Island Press first published an e-book version of the book, Urbanism Without Effort, in 2013, and a released a revised, paperback version last week. This book set the stage for my later book, Seeing the Better City, which was designed to implement my ideas about how to observe and document facets of urban change, and to guide how to put suggested “urban diaries” to work. A short excerpt from the newly revised Urbanism Without Effort paperback follows.
Common, latent characteristics of urban communities contribute to the heterogeneity of interesting, adaptable, desirable places. However, not all characteristics are present in all places at all times — the combination of factors is particular to each place, and what works well for one culture and place is not necessarily right for another.
What are the common characteristics, and how do they interact? How do the pieces work together to create more than just an assemblage
- Density and street life illustrate the marriage of movement and settlement and activate corners, squares, and streets around the clock, with pedestrian-scale buildings and street furniture.
- Mixed modes of transit — pedestrian, bicycle, car, public transportation — interact in a way that facilitates safety without strict separation. Pedestrians can navigate and explore easily with signage and paths.
- Spaces are available to stay, sit, stand, and watch other people. Similarly, places are readily apparent for other human basics — to eat and drink, and to obtain shelter from the sun, wind, rain, and snow.
- Porous boundaries — fences with gates, changes in pavement and elevations, stairs, doors, windows — demarcate what is private, semiprivate, and public, and allow for movement and views in or out.
- Landmarks, visually interesting architecture, flora and fauna, color, and water also facilitate participation in the urban environment by all ages.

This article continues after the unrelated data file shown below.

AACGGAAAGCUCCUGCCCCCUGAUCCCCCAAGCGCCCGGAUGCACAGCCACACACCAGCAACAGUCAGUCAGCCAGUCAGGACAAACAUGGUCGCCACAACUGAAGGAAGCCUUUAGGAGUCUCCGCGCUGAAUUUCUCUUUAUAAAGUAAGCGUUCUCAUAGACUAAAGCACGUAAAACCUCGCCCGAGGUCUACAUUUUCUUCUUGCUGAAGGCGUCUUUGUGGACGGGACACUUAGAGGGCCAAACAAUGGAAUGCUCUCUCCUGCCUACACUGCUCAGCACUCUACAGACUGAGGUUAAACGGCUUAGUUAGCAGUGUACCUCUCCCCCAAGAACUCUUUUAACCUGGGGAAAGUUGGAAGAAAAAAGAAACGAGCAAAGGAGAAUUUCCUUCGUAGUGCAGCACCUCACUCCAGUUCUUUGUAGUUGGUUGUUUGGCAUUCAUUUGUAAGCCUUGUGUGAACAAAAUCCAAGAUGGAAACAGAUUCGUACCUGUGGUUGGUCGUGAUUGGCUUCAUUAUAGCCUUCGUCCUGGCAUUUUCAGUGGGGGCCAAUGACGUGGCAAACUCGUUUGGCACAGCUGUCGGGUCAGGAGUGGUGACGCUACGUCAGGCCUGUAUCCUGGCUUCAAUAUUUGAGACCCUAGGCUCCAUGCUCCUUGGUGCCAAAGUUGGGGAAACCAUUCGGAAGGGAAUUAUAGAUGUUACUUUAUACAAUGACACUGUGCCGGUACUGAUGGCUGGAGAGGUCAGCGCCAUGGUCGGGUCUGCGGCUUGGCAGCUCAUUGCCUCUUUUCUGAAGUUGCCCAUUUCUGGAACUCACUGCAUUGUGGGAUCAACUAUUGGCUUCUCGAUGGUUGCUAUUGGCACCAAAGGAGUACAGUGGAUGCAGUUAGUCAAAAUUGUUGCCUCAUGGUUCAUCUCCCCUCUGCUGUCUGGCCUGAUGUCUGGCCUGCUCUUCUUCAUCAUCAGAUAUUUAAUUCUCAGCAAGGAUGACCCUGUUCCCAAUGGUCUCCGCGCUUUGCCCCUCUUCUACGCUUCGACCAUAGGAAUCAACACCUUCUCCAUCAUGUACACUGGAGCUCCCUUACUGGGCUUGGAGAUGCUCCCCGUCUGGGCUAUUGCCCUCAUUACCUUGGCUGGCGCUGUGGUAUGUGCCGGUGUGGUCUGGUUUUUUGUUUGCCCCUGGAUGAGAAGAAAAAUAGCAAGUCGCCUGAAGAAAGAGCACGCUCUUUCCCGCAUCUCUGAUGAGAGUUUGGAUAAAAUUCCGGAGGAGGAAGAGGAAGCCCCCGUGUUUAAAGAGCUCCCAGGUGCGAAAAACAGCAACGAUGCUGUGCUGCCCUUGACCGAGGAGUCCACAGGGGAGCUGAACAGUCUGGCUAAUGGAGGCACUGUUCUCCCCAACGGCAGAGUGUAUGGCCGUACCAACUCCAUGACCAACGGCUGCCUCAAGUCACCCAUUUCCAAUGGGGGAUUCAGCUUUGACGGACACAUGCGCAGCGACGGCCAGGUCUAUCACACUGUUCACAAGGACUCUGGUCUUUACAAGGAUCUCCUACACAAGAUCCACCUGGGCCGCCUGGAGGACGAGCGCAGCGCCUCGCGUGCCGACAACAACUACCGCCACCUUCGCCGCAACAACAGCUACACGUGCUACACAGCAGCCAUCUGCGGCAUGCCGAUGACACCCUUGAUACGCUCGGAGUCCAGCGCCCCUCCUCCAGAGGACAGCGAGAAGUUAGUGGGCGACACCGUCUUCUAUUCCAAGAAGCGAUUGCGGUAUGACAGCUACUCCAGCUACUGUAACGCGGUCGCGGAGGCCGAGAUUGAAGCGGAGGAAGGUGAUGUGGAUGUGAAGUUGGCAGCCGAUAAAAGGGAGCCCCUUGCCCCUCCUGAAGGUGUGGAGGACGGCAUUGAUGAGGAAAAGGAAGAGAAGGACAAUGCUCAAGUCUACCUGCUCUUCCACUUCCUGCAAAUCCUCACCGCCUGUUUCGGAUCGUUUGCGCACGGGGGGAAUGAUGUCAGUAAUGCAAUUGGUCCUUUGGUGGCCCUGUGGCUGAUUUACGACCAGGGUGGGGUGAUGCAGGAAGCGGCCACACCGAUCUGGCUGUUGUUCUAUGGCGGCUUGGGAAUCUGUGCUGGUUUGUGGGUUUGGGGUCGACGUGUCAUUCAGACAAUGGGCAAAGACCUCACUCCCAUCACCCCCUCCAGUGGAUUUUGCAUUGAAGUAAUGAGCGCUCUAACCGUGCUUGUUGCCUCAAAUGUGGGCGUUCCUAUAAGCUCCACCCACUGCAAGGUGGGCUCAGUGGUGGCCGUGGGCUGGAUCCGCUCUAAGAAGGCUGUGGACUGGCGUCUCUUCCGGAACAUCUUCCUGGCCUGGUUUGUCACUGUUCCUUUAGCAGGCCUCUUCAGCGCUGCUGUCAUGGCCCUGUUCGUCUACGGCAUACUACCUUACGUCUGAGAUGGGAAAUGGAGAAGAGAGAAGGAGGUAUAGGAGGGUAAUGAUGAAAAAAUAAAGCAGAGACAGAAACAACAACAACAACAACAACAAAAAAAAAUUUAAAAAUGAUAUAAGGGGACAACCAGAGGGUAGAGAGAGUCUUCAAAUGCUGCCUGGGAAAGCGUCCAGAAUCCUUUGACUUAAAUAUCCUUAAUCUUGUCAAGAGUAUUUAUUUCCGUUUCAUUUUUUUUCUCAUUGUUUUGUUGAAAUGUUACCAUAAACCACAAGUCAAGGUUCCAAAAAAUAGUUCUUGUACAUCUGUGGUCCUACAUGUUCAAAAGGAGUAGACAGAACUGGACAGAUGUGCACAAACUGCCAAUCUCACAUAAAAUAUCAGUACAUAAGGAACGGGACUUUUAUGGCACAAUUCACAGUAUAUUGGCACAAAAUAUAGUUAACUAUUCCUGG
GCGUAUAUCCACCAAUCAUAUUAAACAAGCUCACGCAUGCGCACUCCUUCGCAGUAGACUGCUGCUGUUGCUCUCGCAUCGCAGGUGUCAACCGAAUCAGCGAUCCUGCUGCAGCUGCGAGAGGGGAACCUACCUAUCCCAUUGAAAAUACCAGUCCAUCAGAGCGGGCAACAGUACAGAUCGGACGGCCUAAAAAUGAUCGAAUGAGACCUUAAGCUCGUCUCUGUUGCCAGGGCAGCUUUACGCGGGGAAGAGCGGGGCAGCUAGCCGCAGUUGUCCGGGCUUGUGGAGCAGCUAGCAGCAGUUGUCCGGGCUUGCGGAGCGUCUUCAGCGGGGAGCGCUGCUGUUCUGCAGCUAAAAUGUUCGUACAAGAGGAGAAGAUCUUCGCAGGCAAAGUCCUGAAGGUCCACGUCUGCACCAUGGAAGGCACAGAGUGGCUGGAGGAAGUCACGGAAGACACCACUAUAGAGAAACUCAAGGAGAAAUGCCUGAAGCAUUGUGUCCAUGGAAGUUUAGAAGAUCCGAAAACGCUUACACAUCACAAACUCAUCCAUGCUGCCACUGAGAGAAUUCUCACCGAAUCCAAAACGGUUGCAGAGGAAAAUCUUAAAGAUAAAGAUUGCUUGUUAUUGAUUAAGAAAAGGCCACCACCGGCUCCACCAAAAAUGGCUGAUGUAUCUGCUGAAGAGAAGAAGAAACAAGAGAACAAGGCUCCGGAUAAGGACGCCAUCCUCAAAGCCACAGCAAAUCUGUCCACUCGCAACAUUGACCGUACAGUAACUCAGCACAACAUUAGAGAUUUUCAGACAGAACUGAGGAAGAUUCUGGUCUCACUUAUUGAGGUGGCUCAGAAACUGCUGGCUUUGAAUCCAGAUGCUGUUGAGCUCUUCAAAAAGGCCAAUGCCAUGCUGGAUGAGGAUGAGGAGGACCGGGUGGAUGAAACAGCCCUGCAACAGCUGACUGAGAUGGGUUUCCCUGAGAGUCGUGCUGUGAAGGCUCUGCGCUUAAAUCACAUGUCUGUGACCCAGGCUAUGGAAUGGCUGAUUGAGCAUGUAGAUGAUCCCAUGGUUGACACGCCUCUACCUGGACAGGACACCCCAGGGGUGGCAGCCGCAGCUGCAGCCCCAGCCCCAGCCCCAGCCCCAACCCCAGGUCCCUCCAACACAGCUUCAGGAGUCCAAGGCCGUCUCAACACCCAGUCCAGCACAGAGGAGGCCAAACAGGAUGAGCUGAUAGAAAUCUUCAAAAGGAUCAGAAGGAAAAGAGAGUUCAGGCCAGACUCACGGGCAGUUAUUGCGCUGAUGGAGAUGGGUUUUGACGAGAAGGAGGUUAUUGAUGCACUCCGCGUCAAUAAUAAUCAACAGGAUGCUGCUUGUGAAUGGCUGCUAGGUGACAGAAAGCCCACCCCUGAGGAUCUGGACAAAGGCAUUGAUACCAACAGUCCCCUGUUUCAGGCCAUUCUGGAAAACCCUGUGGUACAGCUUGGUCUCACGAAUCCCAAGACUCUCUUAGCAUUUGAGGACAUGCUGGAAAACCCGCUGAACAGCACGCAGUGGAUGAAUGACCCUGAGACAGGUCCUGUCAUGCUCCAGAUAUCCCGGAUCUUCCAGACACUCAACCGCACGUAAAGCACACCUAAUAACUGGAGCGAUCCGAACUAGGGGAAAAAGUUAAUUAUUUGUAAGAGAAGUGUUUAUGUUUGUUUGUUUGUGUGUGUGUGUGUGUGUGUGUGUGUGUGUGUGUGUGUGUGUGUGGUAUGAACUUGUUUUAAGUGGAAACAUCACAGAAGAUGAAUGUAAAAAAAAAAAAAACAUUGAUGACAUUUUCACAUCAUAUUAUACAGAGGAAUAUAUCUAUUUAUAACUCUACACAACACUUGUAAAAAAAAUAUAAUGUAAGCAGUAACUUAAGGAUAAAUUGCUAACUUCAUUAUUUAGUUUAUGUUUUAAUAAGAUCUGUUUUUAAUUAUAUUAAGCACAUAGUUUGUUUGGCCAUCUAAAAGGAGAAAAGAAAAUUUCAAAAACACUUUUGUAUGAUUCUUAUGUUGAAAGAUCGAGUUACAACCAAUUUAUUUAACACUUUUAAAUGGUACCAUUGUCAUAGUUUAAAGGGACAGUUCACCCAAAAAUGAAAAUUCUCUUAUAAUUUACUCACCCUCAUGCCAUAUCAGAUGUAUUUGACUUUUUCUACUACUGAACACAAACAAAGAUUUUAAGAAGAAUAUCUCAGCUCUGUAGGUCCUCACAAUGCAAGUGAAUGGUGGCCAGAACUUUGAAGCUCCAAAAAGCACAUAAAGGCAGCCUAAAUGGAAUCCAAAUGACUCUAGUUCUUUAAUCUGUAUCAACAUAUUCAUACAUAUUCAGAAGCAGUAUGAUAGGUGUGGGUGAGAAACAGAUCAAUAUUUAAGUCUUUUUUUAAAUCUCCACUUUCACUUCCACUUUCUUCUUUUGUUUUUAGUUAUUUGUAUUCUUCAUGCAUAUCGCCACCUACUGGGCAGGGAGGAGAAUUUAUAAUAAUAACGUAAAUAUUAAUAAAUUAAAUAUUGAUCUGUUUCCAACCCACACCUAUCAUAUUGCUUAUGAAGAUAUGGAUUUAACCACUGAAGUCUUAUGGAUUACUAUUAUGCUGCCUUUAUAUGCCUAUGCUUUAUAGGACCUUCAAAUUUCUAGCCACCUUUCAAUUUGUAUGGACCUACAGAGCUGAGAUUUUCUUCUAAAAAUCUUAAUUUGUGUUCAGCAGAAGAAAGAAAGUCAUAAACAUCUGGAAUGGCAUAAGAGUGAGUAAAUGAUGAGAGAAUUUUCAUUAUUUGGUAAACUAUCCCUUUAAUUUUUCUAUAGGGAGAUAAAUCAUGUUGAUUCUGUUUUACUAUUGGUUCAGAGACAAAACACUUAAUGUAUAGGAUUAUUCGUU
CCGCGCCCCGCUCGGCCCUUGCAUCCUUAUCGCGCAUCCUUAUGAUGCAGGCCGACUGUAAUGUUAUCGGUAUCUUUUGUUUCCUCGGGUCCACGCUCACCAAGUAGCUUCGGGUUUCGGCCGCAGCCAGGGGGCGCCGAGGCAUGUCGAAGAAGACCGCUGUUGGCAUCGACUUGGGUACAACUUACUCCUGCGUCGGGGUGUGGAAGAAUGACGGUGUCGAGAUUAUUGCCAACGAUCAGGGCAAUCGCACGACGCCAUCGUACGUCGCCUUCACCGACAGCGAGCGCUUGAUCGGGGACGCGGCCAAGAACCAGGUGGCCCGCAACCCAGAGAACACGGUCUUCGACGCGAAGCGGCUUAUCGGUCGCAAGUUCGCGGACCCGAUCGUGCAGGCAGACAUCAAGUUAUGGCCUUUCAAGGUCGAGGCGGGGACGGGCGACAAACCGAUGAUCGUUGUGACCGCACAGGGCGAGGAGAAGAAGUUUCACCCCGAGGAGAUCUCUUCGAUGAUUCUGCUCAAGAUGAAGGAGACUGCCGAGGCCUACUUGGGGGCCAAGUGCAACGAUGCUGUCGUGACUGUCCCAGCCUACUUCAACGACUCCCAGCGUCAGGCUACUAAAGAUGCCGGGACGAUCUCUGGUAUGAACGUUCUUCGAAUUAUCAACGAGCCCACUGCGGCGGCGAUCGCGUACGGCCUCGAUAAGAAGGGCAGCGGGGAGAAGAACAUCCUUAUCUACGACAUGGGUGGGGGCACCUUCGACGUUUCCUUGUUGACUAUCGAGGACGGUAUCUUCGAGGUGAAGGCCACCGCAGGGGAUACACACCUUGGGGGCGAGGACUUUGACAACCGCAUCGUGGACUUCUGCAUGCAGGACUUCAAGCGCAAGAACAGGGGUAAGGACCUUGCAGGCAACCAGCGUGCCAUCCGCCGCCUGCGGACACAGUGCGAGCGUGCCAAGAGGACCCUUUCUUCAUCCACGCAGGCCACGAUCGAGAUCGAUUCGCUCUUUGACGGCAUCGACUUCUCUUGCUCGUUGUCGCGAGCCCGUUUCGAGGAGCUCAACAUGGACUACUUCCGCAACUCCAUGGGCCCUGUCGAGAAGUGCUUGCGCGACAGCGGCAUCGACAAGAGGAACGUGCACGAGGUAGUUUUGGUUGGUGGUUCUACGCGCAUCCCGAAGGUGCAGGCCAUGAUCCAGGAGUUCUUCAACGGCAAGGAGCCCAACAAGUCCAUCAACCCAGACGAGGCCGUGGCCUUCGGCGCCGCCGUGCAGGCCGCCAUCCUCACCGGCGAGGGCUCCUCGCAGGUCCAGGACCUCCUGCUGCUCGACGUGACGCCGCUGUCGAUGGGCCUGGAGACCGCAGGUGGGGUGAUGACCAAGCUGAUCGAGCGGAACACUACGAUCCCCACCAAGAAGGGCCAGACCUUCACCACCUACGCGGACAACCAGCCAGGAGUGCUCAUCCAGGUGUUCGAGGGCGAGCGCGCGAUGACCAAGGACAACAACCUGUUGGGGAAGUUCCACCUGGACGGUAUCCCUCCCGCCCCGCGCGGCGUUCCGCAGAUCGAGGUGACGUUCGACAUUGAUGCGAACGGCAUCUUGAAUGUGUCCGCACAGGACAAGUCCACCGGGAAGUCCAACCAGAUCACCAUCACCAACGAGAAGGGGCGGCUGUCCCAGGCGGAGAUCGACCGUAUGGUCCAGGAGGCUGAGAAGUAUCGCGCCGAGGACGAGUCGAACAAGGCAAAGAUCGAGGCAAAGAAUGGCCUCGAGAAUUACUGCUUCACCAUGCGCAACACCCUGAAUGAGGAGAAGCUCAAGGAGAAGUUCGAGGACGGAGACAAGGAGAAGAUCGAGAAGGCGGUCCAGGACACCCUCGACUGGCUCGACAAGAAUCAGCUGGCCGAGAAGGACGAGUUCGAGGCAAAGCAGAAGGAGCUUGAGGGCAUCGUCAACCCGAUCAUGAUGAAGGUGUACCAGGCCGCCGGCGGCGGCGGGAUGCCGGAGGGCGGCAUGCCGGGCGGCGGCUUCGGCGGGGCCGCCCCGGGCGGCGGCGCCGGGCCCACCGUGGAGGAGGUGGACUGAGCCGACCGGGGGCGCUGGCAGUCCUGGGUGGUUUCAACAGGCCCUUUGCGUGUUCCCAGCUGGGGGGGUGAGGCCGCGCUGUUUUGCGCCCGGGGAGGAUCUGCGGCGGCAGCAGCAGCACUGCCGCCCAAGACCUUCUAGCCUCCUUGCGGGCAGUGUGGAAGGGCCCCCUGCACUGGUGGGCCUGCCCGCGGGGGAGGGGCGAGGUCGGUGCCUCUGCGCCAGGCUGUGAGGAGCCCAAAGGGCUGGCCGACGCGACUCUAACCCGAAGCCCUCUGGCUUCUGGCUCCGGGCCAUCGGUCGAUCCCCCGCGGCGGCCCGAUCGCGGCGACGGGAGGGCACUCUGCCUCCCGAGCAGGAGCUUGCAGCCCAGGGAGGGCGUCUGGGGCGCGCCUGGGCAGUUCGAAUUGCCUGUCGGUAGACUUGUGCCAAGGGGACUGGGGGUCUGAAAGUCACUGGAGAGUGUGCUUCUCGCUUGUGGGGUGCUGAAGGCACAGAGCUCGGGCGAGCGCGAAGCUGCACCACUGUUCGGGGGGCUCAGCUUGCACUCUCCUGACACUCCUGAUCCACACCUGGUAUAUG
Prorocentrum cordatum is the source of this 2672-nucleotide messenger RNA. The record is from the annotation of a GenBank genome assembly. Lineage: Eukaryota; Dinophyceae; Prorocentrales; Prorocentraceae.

If this compendium of urbanism has been achieved without effort, it is usually the result of organic evolution over the course of many years. New projects or larger developments that are built at one identifiable date risk sacrificing the often “gritty” visual complexity and richness that result from long-term assembly through the accretion of time.
For example, in Italy’s Puglia region, the dynamism of place is intrinsic to climate and tradition and more naturally occurs amid commerce and curiosity, along streets, beside buildings, and as a component of cross-town strolls. This dynamism can be read in faces, the simplicity of child’s play, and nearby mealtime banter, often without pattern or prescription.
In Puglia’s towns and villages, opportunities to interpret the idea of urbanism without effort abound along evolving streets and in public squares that maintain their core integrity. Does a bouncing ball against a venerable door suggest a model for certain types of urban playgrounds? Do windows open to the wind suggest building orientations that work? Do street vendors have lessons for evolving farmers’ markets and “street food” back home? What provides a sense of safety in crowds, at all times of day?
These illustrative questions suggest the inspirational power of onsite personal experience, memorialized by imagery, as a basis for further analysis of diverse urban settings. But such inspiration and inquiry are only the beginning of adapting human-scale lessons to, for example, the younger, sometimes two-dimensional world of American urbanism, or the increasingly pervasive mixed-use redevelopment projects adjacent to transit hubs that seek a traditional neighborhood look and feel. What else is possible? Once this urbanism without effort is recognized, our streets and squares, beaches and byways all have a greater and unrealized multipurpose capacity, ripe for recalibration.
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